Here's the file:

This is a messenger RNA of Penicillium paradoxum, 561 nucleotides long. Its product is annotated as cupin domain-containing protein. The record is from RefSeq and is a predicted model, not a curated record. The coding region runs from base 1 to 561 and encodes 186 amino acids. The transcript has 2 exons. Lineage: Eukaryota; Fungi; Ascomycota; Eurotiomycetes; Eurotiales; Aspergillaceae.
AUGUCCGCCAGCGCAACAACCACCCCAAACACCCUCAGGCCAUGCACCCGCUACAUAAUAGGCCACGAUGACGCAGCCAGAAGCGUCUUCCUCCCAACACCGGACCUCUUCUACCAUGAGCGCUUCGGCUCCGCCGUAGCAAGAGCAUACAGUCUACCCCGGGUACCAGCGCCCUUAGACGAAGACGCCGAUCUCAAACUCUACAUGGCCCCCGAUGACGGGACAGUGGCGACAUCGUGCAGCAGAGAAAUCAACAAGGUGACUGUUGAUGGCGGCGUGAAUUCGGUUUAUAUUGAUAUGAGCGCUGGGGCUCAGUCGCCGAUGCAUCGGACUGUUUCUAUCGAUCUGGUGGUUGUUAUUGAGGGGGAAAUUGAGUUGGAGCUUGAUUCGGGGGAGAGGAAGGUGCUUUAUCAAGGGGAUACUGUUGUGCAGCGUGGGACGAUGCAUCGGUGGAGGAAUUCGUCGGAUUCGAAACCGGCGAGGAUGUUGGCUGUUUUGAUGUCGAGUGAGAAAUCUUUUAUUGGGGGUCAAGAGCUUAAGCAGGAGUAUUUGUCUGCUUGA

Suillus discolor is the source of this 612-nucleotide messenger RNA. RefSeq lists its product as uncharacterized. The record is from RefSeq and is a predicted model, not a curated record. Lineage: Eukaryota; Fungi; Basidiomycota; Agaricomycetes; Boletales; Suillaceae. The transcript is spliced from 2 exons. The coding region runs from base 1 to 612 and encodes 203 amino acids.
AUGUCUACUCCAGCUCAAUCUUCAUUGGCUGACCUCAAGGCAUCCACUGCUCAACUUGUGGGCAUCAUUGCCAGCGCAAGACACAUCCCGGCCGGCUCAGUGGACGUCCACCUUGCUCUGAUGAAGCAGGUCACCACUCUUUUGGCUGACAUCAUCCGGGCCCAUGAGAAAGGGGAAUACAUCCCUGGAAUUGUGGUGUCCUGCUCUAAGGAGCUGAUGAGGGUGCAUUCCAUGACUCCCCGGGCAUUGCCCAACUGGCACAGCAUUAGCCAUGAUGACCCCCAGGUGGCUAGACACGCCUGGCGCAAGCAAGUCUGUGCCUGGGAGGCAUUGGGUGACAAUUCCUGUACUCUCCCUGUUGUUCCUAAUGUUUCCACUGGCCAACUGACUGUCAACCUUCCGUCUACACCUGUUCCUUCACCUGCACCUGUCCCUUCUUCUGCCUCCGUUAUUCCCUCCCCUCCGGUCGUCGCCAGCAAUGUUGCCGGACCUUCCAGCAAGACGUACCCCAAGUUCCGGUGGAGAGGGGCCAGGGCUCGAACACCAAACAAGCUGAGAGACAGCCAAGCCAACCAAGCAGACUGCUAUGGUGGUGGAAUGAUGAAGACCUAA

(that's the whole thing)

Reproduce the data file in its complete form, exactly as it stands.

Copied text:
This is a messenger RNA of Penicillium paradoxum, 561 nucleotides long. Its product is annotated as cupin domain-containing protein. The record is from RefSeq and is a predicted model, not a curated record. The coding region runs from base 1 to 561 and encodes 186 amino acids. The transcript has 2 exons. Lineage: Eukaryota; Fungi; Ascomycota; Eurotiomycetes; Eurotiales; Aspergillaceae.
AUGUCCGCCAGCGCAACAACCACCCCAAACACCCUCAGGCCAUGCACCCGCUACAUAAUAGGCCACGAUGACGCAGCCAGAAGCGUCUUCCUCCCAACACCGGACCUCUUCUACCAUGAGCGCUUCGGCUCCGCCGUAGCAAGAGCAUACAGUCUACCCCGGGUACCAGCGCCCUUAGACGAAGACGCCGAUCUCAAACUCUACAUGGCCCCCGAUGACGGGACAGUGGCGACAUCGUGCAGCAGAGAAAUCAACAAGGUGACUGUUGAUGGCGGCGUGAAUUCGGUUUAUAUUGAUAUGAGCGCUGGGGCUCAGUCGCCGAUGCAUCGGACUGUUUCUAUCGAUCUGGUGGUUGUUAUUGAGGGGGAAAUUGAGUUGGAGCUUGAUUCGGGGGAGAGGAAGGUGCUUUAUCAAGGGGAUACUGUUGUGCAGCGUGGGACGAUGCAUCGGUGGAGGAAUUCGUCGGAUUCGAAACCGGCGAGGAUGUUGGCUGUUUUGAUGUCGAGUGAGAAAUCUUUUAUUGGGGGUCAAGAGCUUAAGCAGGAGUAUUUGUCUGCUUGA

Suillus discolor is the source of this 612-nucleotide messenger RNA. RefSeq lists its product as uncharacterized. The record is from RefSeq and is a predicted model, not a curated record. Lineage: Eukaryota; Fungi; Basidiomycota; Agaricomycetes; Boletales; Suillaceae. The transcript is spliced from 2 exons. The coding region runs from base 1 to 612 and encodes 203 amino acids.
AUGUCUACUCCAGCUCAAUCUUCAUUGGCUGACCUCAAGGCAUCCACUGCUCAACUUGUGGGCAUCAUUGCCAGCGCAAGACACAUCCCGGCCGGCUCAGUGGACGUCCACCUUGCUCUGAUGAAGCAGGUCACCACUCUUUUGGCUGACAUCAUCCGGGCCCAUGAGAAAGGGGAAUACAUCCCUGGAAUUGUGGUGUCCUGCUCUAAGGAGCUGAUGAGGGUGCAUUCCAUGACUCCCCGGGCAUUGCCCAACUGGCACAGCAUUAGCCAUGAUGACCCCCAGGUGGCUAGACACGCCUGGCGCAAGCAAGUCUGUGCCUGGGAGGCAUUGGGUGACAAUUCCUGUACUCUCCCUGUUGUUCCUAAUGUUUCCACUGGCCAACUGACUGUCAACCUUCCGUCUACACCUGUUCCUUCACCUGCACCUGUCCCUUCUUCUGCCUCCGUUAUUCCCUCCCCUCCGGUCGUCGCCAGCAAUGUUGCCGGACCUUCCAGCAAGACGUACCCCAAGUUCCGGUGGAGAGGGGCCAGGGCUCGAACACCAAACAAGCUGAGAGACAGCCAAGCCAACCAAGCAGACUGCUAUGGUGGUGGAAUGAUGAAGACCUAA